Thousands of people jammed the Russian capital to protest a plan to demolish decades-old apartment blocks housing more than a million people, delivering a new challenge for President Vladimir Putin as he gears up for re-election in less than a year.
About 20,000 people rallied Sunday in Sakharov Prospect in Moscow’s downtown, according to an activist group that monitors attendance at demonstrations. Police, who stopped Russian opposition leader Alexey Navalny from joining the protest, said 8,000 took part.
Russia in March witnessed the biggest anti-government demonstrations in five years, with 60,000 people turning out in more than 80 cities to protest corruption amid falling living standards after the longest recession in two decades. The rise in civic activism comes as Putin, 64, who’s expected to seek a final six-year term next March, faces an uphill task to retain people’s support because of the economic squeeze.
Faced with resistance to Moscow Mayor Sergei Sobyanin’s initiative to tear down 8,000 aging apartment buildings with 1.6 million tenants, the authorities cut the scale of the demolition to 4,500 buildings with one million residents. But protesters say the law working through Parliament to enact the resettlement is so vague, any house can be designated for demolition.
They accuse authorities of rushing the legislation, which has already won preliminary approval on first reading, to favor the interests of Moscow property developers that are traditionally close to City Hall and have suffered from a recent slump in real estate prices.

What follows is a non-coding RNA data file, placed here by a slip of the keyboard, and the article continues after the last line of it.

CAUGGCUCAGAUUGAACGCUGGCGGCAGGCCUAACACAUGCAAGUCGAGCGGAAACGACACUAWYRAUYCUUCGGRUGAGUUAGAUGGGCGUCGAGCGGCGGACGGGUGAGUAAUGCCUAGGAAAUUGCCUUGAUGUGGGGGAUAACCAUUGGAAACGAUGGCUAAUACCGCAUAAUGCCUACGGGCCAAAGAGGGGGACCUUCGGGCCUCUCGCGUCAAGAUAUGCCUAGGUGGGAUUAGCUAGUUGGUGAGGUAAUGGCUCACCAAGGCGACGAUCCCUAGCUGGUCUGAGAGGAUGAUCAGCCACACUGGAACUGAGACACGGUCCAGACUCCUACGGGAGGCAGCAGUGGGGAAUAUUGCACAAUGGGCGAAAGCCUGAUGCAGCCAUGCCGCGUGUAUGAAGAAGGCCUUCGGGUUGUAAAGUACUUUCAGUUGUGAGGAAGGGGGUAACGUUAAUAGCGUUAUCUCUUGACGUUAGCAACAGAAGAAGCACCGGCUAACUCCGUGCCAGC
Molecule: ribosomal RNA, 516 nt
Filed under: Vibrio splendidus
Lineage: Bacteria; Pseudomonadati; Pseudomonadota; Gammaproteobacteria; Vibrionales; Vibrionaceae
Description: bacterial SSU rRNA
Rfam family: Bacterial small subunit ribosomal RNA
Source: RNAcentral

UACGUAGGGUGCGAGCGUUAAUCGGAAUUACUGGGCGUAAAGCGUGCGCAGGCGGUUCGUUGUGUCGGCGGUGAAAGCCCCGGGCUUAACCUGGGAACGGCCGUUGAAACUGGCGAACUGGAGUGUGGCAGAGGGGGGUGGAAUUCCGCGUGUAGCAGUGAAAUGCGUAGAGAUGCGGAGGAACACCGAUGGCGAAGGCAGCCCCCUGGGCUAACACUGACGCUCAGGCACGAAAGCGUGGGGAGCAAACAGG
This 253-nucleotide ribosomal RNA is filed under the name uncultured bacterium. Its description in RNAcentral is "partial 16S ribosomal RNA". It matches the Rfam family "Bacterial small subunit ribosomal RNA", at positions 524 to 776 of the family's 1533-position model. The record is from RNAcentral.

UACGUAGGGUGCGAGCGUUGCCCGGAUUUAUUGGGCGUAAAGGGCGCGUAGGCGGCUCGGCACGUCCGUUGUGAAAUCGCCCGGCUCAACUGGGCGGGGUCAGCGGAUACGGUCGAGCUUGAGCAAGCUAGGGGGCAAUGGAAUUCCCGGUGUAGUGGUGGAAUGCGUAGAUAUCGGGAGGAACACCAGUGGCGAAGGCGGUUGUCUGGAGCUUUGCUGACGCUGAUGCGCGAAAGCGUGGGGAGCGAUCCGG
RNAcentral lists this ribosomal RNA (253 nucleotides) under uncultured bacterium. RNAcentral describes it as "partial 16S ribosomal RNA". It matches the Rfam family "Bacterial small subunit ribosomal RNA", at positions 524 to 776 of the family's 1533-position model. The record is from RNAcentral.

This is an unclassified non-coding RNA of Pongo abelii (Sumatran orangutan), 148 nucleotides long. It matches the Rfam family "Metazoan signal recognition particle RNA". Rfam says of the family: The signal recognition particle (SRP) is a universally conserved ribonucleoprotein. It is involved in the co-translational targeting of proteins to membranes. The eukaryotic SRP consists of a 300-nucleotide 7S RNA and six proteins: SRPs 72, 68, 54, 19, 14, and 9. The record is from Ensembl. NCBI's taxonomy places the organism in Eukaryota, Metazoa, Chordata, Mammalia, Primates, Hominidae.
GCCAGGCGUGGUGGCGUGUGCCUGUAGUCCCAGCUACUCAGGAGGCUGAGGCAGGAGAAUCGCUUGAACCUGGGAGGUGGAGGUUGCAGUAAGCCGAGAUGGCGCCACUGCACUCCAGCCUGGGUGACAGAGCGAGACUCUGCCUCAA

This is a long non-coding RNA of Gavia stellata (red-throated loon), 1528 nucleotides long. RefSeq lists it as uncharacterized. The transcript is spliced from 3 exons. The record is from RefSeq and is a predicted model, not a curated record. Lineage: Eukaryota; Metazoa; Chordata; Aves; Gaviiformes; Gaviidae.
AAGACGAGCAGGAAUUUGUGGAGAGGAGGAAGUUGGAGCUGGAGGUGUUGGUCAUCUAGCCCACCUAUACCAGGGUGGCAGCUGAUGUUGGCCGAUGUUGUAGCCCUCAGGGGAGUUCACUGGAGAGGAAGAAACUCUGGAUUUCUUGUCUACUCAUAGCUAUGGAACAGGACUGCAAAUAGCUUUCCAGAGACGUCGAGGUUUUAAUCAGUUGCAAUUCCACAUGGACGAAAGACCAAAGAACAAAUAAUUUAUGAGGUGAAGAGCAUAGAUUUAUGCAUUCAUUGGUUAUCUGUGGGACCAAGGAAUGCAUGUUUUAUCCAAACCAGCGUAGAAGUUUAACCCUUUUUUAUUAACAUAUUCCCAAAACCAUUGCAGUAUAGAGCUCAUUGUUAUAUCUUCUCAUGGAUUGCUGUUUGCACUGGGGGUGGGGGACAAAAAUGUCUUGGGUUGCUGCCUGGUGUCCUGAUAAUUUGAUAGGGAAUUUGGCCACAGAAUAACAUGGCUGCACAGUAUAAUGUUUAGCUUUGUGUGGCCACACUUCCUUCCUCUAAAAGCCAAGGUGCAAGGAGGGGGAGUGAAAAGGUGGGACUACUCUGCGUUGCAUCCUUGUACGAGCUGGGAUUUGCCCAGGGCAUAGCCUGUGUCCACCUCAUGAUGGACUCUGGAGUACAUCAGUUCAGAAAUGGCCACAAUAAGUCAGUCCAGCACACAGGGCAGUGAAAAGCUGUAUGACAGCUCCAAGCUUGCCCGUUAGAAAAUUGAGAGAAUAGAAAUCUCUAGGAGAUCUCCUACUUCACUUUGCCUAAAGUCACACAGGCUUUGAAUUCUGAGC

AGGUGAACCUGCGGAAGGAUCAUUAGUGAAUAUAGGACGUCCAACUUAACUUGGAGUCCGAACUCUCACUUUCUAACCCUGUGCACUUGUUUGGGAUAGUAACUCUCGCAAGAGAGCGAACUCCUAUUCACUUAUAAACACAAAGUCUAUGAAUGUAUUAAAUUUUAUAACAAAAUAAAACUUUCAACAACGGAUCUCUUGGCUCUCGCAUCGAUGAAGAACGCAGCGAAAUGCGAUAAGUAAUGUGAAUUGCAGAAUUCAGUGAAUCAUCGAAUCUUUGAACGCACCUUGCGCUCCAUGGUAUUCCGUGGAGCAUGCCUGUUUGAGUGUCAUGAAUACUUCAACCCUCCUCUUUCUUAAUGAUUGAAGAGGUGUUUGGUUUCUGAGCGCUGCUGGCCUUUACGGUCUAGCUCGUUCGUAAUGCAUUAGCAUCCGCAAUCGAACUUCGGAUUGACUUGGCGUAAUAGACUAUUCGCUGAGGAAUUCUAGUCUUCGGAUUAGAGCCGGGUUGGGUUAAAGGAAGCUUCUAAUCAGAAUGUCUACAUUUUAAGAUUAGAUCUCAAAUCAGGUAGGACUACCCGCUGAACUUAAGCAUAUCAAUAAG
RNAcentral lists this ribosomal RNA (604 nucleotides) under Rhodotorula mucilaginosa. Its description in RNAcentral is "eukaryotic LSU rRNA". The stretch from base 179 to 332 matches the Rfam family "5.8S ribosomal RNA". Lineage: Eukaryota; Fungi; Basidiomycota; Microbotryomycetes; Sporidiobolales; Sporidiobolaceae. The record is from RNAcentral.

“The main aim is business, to seize the land and make money by selling apartment buildings,” said Vadim Glushkov, a 44-year-old engineer who like many at the rally said that this was the first time he had taken part in a protest.
Under the draft law, property owners will get apartments in new housing of the same size — but not the same value — in their district or a neighboring one. This is feeding fears that instead of living in low-rises homes in green, residential spaces in Moscow they’ll be rehoused in vast skyscrapers on the outskirts of the city.
The so-called Khrushchevki were built in a construction program that Soviet leader Nikita Khrushchev began in 1955 to rehouse families in apartments of their own rather than sharing crowded communal flats. While many buildings are in disrepair, owners have spent money on renovating their properties.
Tatiana Malova, 54, one of the protesters, said she’s been a loyal Putin supporter but will choose how to vote next year based on whether he listens to the people and cancels the proposed law.
“What’s scary is the speed at which they’re doing it,’’ she said, pointing out that residents will have only a month to vote on the plan from mid-May. With officials distributing glossy brochures showing elite modern blocks that people can move into, if the plan is backed by a majority of homeowners, those who refuse to move out will be forcibly evicted.
Putin, who would get less than half of the vote in the presidential election according to a survey last month by the independent Levada Center, down from 62 percent two years earlier, is in a difficult situation according to the research group’s deputy director, Alexei Grazhdankin.
“Especially after the March protests, it’s important to avoid stirring up the country’s population in a pre-election year,” he said. “These people who are rallying aren’t only from educated circles but all sections of society and social protests are what the authorities need to avoid.”